I have been hearing this question more and more lately, and as an old faithful .308 Winchester fan, the answer was obvious. But a wise man once said, “Knowing that one may be subjected to his own bias is one thing, being able to correct it is another.” So admittedly, I am (as everyone else) subject to my own bias, but let’s see if I can correct it, and find out which caliber is better, .308 Winchester or .308 Creedmoor?
The 6.5 Creedmoor is a better cartridge in almost every aspect. It demonstrates superior ballistics, maintaining supersonic velocity 20% further than the .308 Winchester, resulting in less bullet drop, making it a flatter shooting cartridge. The 6.5 also has higher kinetic energy at ranges further than 500 yards than the .308.
The 6.5 is also lighter recoiling making it more pleasant to shoot, and is for the most part equal in cost and availability compared to the .308.
OK, this is my belated spoiler alert. But if you have read any of my other articles, you’ll know that I don’t like to make you read all the way to the end to discover the outcome of my research.
Now, I know what you are thinking – “Not so fast, you have to prove those claims”. Well, of course, and I invite you to read on as I go through each aspect of both calibers to substantiate why the 6.5 Creedmoor is a better cartridge than the .308 Winchester, starting with ballistics.
.308 vs 6.5 Creedmoor Ballistics
.308 Winchester and 6.5 Creedmoor both have their strengths and weaknesses. It is essential to keep in mind what you intend on doing the most when deciding between .308 and 6.5 Creedmoor. I have run the data through a ballistics calculator to calculate the velocity and energy of each bullet at every 100 yards so that we can see where each caliber outshines the other. The bullets used for this chart were the .308 Win, 168gr Sierra Matchking with a muzzle velocity of 2,650 feet per second. For the 6.5 Creedmoor, I also used the Sierra Matchking 140gr bullet fired at 2,710 feet per second.
.308 Winchester vs. 6.5 Creedmoor ballistics chart
|.308 Winchester |
(168gr @ 2650 fps)
(140gr @ 2,710 fps)
|1000||1,156 (Transonic limit)||499||-421||1,317||539||-358|
|1200||1,027||393||-722||1,150 (Transonic Limit)||411||-602|
.308 Winchester vs 6.5 Creedmoor Velocity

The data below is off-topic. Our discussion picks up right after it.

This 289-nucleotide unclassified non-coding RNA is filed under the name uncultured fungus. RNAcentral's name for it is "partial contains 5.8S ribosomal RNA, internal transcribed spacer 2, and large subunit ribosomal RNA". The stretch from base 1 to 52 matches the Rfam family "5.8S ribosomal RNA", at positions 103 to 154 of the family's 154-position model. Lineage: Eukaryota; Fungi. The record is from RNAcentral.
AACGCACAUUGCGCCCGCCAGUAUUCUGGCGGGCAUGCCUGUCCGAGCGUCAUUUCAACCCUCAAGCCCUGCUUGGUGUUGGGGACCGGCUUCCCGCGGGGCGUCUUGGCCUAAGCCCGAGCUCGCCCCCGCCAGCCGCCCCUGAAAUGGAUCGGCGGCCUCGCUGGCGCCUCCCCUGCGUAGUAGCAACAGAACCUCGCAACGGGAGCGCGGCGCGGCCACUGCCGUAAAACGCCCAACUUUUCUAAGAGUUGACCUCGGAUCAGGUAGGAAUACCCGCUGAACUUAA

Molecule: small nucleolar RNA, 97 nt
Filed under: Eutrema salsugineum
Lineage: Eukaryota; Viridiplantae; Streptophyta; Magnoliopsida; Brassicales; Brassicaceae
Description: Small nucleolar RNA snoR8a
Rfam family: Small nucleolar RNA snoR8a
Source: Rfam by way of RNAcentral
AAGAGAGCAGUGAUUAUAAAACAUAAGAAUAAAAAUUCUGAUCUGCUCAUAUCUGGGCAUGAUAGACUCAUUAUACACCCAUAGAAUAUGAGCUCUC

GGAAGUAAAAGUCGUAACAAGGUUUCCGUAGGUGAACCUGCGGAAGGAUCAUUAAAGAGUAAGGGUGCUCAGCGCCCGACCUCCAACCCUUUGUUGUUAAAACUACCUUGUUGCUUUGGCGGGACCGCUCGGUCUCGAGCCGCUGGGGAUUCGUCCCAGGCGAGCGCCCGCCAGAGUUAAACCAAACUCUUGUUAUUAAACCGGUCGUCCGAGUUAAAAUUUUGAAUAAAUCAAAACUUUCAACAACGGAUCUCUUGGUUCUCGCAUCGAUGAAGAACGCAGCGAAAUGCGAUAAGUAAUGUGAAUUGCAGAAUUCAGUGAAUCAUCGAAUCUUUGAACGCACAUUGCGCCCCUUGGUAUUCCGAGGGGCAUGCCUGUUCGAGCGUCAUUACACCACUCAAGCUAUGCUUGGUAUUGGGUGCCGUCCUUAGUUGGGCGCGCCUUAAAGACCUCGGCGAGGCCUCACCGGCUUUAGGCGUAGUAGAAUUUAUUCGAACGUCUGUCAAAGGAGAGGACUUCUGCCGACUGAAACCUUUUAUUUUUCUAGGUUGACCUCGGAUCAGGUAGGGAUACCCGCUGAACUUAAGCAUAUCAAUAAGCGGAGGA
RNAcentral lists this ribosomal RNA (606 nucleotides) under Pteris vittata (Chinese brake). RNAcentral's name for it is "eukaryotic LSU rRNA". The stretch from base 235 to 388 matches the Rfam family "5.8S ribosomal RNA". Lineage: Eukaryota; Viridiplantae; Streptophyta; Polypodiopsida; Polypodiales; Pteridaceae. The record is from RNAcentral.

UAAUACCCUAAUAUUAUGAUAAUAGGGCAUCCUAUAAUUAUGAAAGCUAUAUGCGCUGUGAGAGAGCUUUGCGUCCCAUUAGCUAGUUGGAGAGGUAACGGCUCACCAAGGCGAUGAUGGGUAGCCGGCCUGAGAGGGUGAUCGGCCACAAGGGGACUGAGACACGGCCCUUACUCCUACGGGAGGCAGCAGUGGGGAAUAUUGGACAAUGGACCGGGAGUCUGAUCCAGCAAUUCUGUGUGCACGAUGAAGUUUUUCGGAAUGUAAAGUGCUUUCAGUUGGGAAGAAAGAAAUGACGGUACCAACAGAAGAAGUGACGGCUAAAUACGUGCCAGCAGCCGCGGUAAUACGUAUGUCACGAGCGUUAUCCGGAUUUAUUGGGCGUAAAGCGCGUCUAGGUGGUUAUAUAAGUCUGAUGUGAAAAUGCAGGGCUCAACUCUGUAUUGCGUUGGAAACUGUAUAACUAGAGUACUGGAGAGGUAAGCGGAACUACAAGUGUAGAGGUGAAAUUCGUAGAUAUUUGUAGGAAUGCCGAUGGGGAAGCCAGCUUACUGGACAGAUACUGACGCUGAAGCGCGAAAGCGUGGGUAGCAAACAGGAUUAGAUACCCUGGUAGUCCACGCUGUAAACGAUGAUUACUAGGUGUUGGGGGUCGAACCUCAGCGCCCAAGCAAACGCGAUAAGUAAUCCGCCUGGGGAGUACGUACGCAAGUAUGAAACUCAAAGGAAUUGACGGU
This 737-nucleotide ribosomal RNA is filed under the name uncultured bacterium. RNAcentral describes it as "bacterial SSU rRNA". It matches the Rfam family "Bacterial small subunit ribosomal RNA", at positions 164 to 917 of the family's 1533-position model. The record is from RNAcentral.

If you are looking to get into long-range precision shooting, this is where you need to pay attention.
The 6.5 Creedmoor is inherently more than the .308 at distances further than around 1,000 yards. Why? Depending on the weather and the exact load data, a .308 Winchester bullet only maintains supersonic speeds (faster than the speed of sound) out to around 1,000, where it enters into a transonic stage (the transition between supersonic to subsonic). When a bullet is in this transition, it becomes unstable and unpredictable, negatively affecting its accuracy.
The 6.5 Creedmoor has a transonic range of around 1,250 yards. That means the 6.5 Creedmoor can maintain stability (accuracy) 25% further than the .308 Winchester. Some long-range shooters have been known to load custom ammo with enough velocity to extend this transonic range to around 1,400 yards, 40% further than the .308!
For the purpose of long-range precision shooting, 6.5 Creedmoor is going to give you much more bang for your buck in terms of accuracy at a distance.
How far can the .308 shoot accurately?
Depending on the atmospherics, a.308 Winchester bullet with a BC of 0.463 (B1), weighing 168gr and fired at 2,650 fps, decelerates from supersonic velocity to subsonic at around 1,000. As soon as the bullet travels below the speed of sound (approximately 1,125 fps), it becomes unstable. This determines the bullet’s maximum transonic range and is essentially the maximum range the bullet can travel accurately.
In layman’s terms, the .308 Winchester can shoot accurately out to around 1,000 yards.
How far can 6.5 Creedmoor shoot accurately?
A 6.5 Creedmoor bullet with a BC of 0.535 (B1) and weight of 140gr fired at 2,710 fps will maintain supersonic velocity out to around 1,200 yards. This means the 6.5 Creedmoor can reach 1,200 yards accurately.
.308 Winchester vs. 6.5 Creedmoor Energy
The one ballistic advantage the .308 has over the 6.5 is its higher kinetic energy. Higher kinetic energy is favorable to most hunters because it can take down animals more quickly and ethically. However, this advantage is short-lived the instant you push the .308 to longer distances.
The .308 has about 11% more kinetic energy than the 6.5 at distances less than 500 yards. When you are shooting further than 500 yards, the 6.5 will start to outshine the .308 in every department, including kinetic energy, as the .308 rapidly loses energy at a distance because of its lower ballistic coefficient than the 6.5 Creedmoor.